On Sunday at 6:00 PM, four-player teams will compete to achieve the highest total score and raise money for the organization’s adult literacy programs. Dinner is included, along with a cash bar. For more info, call (301) 610-0030 x202.

In The Water

Did you catch this story of The Kojo Nnamdi Show yesterday morning?

“College campuses across the country are restricting or banning the sale of bottled water. Instead they’re promoting “hydration stations,” where students can fill up their own reusable bottles with filtered tap water. The groups behind “ban the bottle” campaigns cite environmental concerns over plastic bottle manufacture and waste as their motivation. But critics say students have a right to choose what they drink [...]“

The NPR food blog, The Salt, also reports that “the bottled water war is spreading beyond campuses, though. Several cities have stopped using public funds to purchase bottled water, and Grand Canyon National Park announced Monday it will stop selling water in containers smaller than one gallon.”

And after delving into the bottle battles, you can learn plenty about the water in our own rivers right here:

- Anacostia Watershed Society: protects and restores the Anacostia River and its watershed, working hand-in-hand with local volunteers
- Rock Creek Conservancy: mobilizes over 2,000 volunteers to clean local streams and advocates for the park’s natural resources.
- Potomac Riverkeeper: increases public awareness and promotes community action to protect a great resource; volunteer citizen monitors act as its “eyes and ears”

In The News …

Investing in Education, Workforce Development and the Safety Net Will Close the Income Gap (Huffington Post): “In other words, while our region’s economy has led to economic growth and prosperity for many on the middle and higher rungs of the ladder, residents on the bottom of the income scale largely are being left behind,” writes Terri Lee Freeman, president of The Community Foundation for the National Capital Region. “While philanthropy alone cannot address income inequality, it can make a difference. We believe economic security can be achieved by investing in three key areas: education, workforce development and the safety net.” Do you agree that these are the three key areas? What would you add?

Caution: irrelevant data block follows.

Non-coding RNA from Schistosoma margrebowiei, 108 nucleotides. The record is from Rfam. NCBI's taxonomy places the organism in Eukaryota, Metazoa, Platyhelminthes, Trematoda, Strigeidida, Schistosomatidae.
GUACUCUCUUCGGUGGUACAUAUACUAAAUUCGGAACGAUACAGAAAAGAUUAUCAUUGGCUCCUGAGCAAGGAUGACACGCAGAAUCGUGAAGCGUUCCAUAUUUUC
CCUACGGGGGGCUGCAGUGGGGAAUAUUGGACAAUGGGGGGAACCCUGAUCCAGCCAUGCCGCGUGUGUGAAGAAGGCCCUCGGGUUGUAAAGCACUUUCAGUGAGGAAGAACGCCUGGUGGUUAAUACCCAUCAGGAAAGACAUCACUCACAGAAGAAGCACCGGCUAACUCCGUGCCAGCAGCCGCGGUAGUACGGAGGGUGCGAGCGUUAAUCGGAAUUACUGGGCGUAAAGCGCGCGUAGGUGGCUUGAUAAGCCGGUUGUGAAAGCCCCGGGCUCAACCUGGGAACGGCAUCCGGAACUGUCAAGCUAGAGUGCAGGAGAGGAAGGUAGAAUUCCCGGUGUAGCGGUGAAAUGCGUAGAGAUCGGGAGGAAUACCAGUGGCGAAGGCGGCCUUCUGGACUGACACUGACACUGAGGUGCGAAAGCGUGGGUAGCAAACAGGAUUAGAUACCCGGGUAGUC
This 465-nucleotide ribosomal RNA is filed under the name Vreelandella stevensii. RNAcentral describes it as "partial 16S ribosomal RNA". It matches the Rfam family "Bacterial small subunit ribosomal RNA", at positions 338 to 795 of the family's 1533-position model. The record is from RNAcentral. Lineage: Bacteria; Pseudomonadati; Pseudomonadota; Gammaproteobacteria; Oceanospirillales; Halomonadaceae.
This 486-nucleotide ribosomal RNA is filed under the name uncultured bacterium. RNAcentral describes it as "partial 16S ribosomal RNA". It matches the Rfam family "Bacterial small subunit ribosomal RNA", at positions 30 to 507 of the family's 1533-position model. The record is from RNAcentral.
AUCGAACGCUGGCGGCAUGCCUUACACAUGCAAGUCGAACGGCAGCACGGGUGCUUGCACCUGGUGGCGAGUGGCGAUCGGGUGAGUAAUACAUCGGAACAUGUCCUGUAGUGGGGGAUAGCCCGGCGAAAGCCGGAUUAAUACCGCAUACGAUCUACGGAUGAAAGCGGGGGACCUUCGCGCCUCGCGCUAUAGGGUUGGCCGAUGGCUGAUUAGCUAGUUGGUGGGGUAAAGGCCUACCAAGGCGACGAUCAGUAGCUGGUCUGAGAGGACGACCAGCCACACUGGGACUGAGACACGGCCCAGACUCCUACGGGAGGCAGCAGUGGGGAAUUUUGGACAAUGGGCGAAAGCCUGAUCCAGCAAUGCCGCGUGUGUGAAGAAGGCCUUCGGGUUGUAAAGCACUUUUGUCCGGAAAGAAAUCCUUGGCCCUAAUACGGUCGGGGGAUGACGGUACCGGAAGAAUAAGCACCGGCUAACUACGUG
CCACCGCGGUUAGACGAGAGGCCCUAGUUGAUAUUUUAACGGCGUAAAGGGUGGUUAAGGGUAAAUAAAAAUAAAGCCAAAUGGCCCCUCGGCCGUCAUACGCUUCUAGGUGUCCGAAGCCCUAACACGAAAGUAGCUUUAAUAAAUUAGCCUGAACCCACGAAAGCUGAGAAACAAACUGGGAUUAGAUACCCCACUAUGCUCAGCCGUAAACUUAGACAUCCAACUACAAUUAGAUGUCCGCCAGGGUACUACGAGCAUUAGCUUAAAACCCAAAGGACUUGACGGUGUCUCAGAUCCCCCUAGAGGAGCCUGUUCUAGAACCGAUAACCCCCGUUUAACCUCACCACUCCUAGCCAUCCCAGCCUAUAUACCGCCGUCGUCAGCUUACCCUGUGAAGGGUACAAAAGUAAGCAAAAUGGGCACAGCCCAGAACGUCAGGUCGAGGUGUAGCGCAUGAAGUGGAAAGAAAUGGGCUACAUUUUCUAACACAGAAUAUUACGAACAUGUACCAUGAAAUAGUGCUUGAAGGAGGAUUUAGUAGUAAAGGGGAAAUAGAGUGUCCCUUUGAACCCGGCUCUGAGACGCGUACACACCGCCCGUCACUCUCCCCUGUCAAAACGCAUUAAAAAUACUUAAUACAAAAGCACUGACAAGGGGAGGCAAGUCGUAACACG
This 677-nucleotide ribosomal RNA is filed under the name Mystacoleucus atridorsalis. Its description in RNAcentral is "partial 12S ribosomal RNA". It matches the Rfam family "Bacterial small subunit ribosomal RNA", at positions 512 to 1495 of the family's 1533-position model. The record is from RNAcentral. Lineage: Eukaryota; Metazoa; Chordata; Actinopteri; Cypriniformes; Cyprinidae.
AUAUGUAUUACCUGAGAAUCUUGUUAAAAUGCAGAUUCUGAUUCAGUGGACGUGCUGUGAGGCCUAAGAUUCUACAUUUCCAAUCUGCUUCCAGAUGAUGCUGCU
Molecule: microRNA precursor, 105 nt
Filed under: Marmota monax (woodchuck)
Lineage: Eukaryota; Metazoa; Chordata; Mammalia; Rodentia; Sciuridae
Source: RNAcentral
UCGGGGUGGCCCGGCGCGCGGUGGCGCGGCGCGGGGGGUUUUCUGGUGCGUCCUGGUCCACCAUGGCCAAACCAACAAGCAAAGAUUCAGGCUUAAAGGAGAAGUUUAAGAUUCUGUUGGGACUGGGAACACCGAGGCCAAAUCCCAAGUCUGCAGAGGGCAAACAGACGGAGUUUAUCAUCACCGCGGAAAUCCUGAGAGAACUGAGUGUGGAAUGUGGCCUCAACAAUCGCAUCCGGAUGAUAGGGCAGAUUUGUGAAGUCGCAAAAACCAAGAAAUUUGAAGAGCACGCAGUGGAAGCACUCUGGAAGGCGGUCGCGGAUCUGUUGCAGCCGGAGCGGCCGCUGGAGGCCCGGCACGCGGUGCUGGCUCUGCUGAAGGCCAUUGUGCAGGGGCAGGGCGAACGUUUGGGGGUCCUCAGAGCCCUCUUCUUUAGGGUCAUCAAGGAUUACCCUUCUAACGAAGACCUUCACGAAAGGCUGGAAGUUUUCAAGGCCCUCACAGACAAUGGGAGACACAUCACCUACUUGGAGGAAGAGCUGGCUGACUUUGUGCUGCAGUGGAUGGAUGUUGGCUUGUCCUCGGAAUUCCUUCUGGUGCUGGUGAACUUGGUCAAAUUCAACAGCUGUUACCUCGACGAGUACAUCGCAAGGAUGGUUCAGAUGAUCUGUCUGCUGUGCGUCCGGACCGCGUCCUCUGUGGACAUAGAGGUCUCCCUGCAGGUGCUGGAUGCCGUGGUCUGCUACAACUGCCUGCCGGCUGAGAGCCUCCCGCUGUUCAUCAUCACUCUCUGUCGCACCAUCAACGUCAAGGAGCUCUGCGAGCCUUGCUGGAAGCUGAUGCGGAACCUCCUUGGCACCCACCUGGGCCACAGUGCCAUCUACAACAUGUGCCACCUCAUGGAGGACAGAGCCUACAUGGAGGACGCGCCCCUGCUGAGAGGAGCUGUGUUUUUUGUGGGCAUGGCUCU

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In beginning to write The Giver, I created a world that existed only in my imagination — the world of “only us, only now.” I tried to make Jonas’s world seem familiar, comfortable, and safe, and I tried to seduce the reader. I seduced myself along the way. It did feel good, that world. I got rid of all the things I fear and dislike [...] One child has pointed out, in a letter, that the people in Jonas’s world didn’t even have to do dishes.

It was very, very tempting to leave it at that.

But [...] if I’ve learned anything through that river of memories, it is that we can’t live in a walled world, in an “only us, only now” world where we are all the same and feel safe. We would have to sacrifice too much. The richness of color and diversity would disappear; feelings for other humans would no longer be necessary. Choices would be obsolete.

And besides, I had ridden my bike Elsewhere as a child, and liked it there, but had never been brave enough to tell anyone about it. So it was time.

author Lois Lowry, born today in 1937
Newbery Medal acceptance speech for The Giver, June 1994

Feature of the Month: Happenings

Making plans with friends or looking to meet some new people? Check out the “Happenings” section of the Catalogue homepage:


When one of our nonprofits uploads a news story or press item, you always can find it under the NEWS tab. This month, you can see Women Thrive Worldwide featured in The Hill and on the The Jim Bohannon Show and Heart of America Foundation in the Journal Gazette.

Same deal for the EVENTS tab! This is where you find all events from all our nonprofits, organized by date. We also do a handy events recap for weekend happenings right here on the GoodWorks blog. Coming up this Wednesday, for example, are “Life After Diagnosis” sponsored by the Alzheimer’s Family Day Center and a Dream Booster Tour at Bright Beginnings.

Finally, are you interested in getting involved? Click the VOLUNTEER Opportunities tab, which just pulls up events that are in need of some willing volunteers, also sorted by date. This coming Thursday, as it happens, Anacostia Watershed Society needs some help with wetland meadow site prep in Hyattsville.